Movies are drowning in mythology these days, to the point that half of the most popular franchises require reading the books or comic books, or at least asking your nerdiest friend who the hell that purple alien in the end credits is supposed to be. Children's films have been largely exempt from this exhausting trend, but now we have Rise of the Guardians, which takes fairly simple characters who exist in the public domain-- Santa Claus, the Tooth Fairy, and others-- and assigns them a rigorous origin story and hierarchical structure, all told with the kind of free-floating whimsy that's supposed to keep it from feeling extra homework.
It doesn't work. RIse of the Guardians has moments of genuine wonder and pathos, and some spectacular animation that sets a new bar for texture in CGI, but it's so wrapped up in establishing its phony mythology that it's actual story is dangerously flimsy. We're asked to believe not only that Jack Frost (voiced by a chipper Chris Pine) is more than the figure of speech used in Christmas songs, but that he's an integral part in preserving the magic of childhood, and worthy of joining the "Guardians," currently made up of Santa (a Russian-accented Alec Baldwin), the Tooth Fairy (Isla Fisher), the Easter Bunny (Hugh Jackman) and the Sandman (mute). The group of them team up against Pitch (Jude Law), a.k.a. the boogeyman, who is intent on ruining childhood and getting the kids to stop believing in the Guardians, for no good reason beyond being straight-up evil.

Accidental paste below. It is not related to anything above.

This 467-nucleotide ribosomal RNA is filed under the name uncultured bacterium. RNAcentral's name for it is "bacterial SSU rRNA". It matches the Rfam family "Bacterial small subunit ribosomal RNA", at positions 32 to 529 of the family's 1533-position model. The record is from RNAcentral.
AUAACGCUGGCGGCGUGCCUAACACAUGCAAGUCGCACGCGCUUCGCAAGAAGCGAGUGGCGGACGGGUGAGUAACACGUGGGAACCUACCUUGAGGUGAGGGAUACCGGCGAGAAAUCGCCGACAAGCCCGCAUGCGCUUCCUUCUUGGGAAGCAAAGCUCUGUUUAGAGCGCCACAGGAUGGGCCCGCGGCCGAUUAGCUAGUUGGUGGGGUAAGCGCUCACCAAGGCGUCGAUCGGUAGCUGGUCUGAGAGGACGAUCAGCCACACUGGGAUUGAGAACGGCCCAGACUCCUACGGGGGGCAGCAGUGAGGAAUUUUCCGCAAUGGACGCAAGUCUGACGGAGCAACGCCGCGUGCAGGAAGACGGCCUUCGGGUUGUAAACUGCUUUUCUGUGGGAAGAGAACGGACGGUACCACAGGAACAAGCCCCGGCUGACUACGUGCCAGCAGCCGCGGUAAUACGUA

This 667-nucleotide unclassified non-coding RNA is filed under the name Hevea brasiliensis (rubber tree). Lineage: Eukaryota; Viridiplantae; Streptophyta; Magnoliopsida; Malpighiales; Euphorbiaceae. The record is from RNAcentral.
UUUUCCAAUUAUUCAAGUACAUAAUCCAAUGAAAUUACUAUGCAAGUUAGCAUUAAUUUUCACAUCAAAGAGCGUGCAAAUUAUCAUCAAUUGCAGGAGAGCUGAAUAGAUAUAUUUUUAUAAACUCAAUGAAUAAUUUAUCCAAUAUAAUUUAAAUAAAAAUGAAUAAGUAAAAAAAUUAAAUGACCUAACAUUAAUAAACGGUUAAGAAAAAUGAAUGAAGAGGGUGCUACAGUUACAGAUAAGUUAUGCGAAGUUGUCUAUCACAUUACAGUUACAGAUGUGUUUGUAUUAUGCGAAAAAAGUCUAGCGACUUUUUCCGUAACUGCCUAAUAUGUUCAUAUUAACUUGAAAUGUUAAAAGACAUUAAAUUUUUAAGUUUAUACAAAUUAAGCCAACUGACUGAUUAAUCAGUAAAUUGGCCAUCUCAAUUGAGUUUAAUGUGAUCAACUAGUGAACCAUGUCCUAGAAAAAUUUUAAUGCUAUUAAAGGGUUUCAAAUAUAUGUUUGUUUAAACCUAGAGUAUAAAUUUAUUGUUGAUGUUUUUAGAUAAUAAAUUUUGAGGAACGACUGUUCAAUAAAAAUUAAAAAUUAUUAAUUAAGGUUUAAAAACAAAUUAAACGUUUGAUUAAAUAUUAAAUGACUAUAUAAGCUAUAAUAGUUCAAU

Sure, we're all familiar with watching a team of unlikely allies work against a greater evil-- in fact, Pitch's British accent and long cloaks make him nearly identical to The Avengers's Loki, a coincidence that only makes Guardians feel like a straining effort to make The Avengers for kids. But while the dynamics between the characters in the Guardians may have felt authentic in William Joyce's original books, David Lindsay-Abaire's screenplay adaptation rushes through it, and crams in back story for Jack Frost too late in the film to make the character feel as important as the film needs him to be. Though there are plot threads about a little boy (Dakota Goyo) who is the last to believe in the Guardians, plus Pitch's sense of isolation, the story is meant to be Jack's, as he seeks acceptance by the Guardians and by the kids he gifts with occasional snow days. But while the animation is gorgeous elsewhere, Jack's facial expressions are oddly muted, and Pine's performance can't go far enough to make Jack Frost feel up to the level of the other, genuinely iconic mythical figures.
It feels ridiculous to even write that, though, because the whole point of these characters is that they're whatever you want them to be-- Jewish kids can grow up not believing in Santa, financially strapped parents can do away with the Tooth Fairy entirely, and for all I know kids growing up in wintry Northern climes believed fervently in Jack Frost. Rise of the Guardians is constantly straining to give mythic importance to characters who simply don't need them, and while the animation of these characters is beautiful-- and then power of childish belief as moving as it is in classic books like The Polar Express-- it's not enough to liven up the grinding machinery of this film.
Reviewed By: Katey Rich
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